Mt. Blue junior midfielder Emma White (14) winces on a header as Cony’s Dinah Wadleigh (17) and Andrea Richardson (14) look on at Caldwell Field in Farmington last October. Tony Blasi/Sun Journal Buy this Photo

Kailey Hackett’s junior softball season never happened. She isn’t prepared for the senior season of her favorite sport, field hockey, to meet the same fate.

“For one sport to be taken away from me was confusing and heartbreaking,” said Hackett, who would be playing her fourth year at Dirigo. “I couldn’t imagine letting go of my last field hockey season. The field hockey is like family to me.”

Hackett and other fall athletes around Maine don’t have to let go of their season, at least not yet, after the Maine Principals’ Association’s Interscholastic Management Committee unanimously approved all fall sports on Thursday.

Having cleared one hurdle, fall sports still has two more obstacles approaching — a state review of the MPA Sports Medicine Committee’s guidelines for each sport to return safely and permission from local school districts.

“I guess I will have to wait until we see what our district does,” Spruce Mountain junior golfer Matthew Fenlason said. “But I think it is in the best interest to do it that way because every school, every town will be different.”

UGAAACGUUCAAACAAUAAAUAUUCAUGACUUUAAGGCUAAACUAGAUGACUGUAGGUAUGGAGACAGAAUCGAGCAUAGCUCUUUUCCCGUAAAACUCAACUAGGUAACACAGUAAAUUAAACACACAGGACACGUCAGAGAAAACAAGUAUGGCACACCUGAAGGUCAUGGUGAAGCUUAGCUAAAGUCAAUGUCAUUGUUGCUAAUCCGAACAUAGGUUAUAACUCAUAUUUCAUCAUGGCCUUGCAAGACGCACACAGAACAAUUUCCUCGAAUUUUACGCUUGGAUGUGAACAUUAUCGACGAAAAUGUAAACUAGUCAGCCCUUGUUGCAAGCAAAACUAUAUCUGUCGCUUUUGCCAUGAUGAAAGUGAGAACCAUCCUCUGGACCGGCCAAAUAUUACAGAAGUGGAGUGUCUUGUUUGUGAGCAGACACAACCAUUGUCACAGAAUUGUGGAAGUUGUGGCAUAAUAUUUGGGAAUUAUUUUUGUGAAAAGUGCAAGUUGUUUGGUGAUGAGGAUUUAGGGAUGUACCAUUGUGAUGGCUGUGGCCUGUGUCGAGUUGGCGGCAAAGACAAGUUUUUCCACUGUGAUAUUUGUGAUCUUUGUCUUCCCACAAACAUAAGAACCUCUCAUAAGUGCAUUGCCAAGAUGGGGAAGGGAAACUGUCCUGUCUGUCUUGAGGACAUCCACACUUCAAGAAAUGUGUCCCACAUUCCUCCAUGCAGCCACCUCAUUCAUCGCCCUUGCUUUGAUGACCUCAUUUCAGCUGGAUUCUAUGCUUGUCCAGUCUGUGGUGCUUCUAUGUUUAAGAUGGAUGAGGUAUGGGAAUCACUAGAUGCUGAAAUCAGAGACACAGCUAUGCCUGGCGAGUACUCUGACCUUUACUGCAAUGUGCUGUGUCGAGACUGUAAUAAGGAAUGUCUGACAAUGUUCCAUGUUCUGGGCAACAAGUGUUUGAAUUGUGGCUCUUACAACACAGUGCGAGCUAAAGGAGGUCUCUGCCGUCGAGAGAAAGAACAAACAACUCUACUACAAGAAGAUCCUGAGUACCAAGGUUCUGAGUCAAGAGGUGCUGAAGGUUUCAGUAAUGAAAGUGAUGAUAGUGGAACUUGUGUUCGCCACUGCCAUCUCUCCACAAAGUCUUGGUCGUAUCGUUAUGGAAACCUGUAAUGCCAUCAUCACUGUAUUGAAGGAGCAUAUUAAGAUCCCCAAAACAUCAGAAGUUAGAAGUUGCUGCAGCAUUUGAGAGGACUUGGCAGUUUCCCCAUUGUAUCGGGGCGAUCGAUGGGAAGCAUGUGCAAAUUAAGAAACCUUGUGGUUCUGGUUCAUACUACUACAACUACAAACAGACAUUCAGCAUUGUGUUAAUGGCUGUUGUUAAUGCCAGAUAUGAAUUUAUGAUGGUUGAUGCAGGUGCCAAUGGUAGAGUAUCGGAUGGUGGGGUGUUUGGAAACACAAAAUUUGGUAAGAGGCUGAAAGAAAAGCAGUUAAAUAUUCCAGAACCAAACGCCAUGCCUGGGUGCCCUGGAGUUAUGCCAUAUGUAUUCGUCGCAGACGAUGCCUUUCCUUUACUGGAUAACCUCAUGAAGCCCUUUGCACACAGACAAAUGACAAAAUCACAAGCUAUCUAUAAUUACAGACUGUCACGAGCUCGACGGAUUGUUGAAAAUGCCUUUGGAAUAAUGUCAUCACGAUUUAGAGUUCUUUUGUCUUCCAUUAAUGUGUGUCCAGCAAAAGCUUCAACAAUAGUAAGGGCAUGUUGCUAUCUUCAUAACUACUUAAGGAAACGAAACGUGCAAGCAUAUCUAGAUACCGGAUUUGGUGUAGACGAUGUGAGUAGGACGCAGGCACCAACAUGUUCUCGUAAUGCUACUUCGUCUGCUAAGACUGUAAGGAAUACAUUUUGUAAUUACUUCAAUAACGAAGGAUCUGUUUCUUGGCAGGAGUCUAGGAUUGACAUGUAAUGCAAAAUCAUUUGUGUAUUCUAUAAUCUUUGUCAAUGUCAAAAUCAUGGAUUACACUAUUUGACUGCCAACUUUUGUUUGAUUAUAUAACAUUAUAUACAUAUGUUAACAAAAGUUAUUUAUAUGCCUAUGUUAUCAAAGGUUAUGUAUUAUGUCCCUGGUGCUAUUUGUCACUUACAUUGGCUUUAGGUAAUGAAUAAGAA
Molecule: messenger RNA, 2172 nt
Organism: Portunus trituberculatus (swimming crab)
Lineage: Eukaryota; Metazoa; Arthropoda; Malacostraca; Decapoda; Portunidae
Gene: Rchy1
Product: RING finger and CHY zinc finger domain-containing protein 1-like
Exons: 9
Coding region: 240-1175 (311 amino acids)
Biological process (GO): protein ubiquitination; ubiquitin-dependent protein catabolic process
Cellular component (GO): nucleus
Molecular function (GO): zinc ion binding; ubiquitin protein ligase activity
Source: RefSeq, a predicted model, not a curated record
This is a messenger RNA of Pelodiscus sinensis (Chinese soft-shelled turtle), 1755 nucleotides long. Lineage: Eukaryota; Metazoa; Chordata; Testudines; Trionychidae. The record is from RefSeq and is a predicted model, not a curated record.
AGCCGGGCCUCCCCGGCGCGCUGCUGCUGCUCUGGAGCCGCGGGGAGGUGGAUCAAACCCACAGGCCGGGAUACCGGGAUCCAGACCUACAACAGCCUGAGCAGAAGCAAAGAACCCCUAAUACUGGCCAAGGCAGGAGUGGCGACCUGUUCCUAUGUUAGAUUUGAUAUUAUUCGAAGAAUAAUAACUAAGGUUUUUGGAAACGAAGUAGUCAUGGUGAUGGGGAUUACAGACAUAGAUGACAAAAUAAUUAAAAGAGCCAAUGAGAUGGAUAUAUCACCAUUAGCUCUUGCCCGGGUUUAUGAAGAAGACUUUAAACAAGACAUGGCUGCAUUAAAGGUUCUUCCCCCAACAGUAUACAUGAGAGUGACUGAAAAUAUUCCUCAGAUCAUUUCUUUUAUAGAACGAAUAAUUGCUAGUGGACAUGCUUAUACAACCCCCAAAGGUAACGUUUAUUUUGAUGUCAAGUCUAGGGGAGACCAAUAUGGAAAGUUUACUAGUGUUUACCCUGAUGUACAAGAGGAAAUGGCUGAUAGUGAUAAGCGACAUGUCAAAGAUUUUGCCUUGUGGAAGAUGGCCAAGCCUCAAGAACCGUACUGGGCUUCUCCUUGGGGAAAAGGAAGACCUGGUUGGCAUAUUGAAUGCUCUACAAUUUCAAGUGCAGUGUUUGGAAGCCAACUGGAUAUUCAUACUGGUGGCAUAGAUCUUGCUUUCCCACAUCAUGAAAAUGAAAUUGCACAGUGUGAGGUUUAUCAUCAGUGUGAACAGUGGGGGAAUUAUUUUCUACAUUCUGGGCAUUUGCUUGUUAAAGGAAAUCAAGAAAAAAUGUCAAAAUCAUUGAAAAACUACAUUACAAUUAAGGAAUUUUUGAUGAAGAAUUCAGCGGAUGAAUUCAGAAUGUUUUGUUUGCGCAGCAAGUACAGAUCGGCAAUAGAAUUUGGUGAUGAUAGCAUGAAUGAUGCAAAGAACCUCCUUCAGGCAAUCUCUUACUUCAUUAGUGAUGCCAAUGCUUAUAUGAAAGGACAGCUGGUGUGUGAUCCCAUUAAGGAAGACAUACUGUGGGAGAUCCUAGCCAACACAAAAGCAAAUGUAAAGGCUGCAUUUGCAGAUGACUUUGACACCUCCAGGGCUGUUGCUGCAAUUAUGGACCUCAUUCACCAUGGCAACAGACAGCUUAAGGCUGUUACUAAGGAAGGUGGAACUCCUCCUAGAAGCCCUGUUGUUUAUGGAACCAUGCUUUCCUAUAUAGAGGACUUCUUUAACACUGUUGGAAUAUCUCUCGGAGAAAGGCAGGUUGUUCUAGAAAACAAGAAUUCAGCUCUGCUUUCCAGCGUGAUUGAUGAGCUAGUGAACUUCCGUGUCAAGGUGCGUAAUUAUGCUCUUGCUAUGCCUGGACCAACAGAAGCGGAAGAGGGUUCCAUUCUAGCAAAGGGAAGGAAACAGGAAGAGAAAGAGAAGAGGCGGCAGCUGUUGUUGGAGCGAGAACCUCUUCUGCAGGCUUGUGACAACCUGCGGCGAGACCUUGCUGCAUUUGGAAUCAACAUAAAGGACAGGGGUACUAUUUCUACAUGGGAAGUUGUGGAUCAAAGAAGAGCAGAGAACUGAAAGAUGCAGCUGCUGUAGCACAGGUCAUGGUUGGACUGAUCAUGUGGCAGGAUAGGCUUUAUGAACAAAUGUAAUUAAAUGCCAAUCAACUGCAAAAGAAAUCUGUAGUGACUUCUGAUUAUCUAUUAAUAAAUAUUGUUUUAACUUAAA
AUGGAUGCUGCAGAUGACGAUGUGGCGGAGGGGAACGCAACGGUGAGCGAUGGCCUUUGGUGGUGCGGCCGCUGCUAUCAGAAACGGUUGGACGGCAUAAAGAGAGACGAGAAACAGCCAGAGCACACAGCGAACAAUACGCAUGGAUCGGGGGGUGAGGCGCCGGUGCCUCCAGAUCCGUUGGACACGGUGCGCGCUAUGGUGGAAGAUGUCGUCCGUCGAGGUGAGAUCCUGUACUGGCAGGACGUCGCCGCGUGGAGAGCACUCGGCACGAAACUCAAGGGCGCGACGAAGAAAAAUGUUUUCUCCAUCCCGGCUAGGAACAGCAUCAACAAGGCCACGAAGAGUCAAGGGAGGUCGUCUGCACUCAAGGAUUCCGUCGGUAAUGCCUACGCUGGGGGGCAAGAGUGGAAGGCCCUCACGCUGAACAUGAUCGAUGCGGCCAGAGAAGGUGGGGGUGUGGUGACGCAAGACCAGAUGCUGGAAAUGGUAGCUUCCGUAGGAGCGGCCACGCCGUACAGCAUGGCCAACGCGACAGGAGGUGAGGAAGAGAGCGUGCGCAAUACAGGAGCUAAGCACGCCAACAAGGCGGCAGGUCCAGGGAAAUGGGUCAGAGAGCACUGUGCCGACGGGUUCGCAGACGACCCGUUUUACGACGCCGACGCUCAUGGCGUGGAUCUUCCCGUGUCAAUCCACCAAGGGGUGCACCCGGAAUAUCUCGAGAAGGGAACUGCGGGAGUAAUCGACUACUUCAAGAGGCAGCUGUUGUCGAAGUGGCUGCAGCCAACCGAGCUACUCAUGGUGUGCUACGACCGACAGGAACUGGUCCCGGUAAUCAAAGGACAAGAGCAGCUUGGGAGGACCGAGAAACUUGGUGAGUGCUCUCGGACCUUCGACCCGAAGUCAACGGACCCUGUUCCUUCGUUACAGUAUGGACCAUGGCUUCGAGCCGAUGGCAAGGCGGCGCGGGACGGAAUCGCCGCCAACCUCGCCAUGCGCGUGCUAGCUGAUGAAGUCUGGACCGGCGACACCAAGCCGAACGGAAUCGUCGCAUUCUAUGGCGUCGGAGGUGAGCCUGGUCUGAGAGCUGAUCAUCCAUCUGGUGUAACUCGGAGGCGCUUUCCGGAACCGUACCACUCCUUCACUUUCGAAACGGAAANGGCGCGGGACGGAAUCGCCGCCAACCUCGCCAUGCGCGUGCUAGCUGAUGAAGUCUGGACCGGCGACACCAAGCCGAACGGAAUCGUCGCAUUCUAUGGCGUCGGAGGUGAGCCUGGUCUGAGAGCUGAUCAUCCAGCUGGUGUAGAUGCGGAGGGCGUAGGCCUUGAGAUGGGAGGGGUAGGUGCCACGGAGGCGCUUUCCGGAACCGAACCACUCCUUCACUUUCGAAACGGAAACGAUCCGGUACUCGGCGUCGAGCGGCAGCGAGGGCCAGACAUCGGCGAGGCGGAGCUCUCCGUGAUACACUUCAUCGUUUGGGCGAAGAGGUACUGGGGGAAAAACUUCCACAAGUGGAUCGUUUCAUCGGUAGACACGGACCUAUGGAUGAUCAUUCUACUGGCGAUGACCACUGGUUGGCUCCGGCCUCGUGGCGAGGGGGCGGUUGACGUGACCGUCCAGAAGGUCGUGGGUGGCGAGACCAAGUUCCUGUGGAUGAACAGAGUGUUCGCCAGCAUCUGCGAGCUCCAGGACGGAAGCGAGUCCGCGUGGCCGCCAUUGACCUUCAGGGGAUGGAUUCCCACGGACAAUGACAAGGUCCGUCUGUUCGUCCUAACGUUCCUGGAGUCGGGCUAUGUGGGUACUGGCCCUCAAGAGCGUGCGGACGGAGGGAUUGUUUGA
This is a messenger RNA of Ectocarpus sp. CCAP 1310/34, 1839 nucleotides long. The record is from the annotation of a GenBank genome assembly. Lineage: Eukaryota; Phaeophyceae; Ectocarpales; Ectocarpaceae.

Every sport could be different in terms of how competition is conducted. MPA guidelines are established based on whether a sport is considered high risk, such as football, moderate risk, such as cross country, or low risk, such as golf, by the National Federation of State High School Associations.

Lewiston football coach Darren Hartley said his players put in a lot of work during the summer, and no matter what the MPA does to tweak the football season, he wants to see his players on the field.

Lewiston’s Danny May runs past Windham’s Stuart Salom (21) in 2018. May, who is a senior, was excited to hear that the MPA on Thursday voted to approve fall sports. Andree Kehn/Sun Journal Buy this Photo

Lewiston senior tailback and safety Danny May was excited when he heard the MPA made a decision.

“I’m excited to get moving forward with the season,” May said. “With all this coronavirus stuff going on, I had my doubts it would happen. I just kept being in the right mindset of being positive and hoping for the best.

‘TIME TO MOVE FORWARD’

“It’s a good day for athletics in the sense that kids are going to get an opportunity to play this fall,” Lewiston athletic director Jason Fuller said. “But we’re going to need all hands on deck to pull it off. I’m not going to feel comfortable until that magic word comes down that, yes, we’re going, and it’s time to move forward.”

Just how quickly schools can move forward with a fall season once the remaining obstacles are cleared could vary from community to community.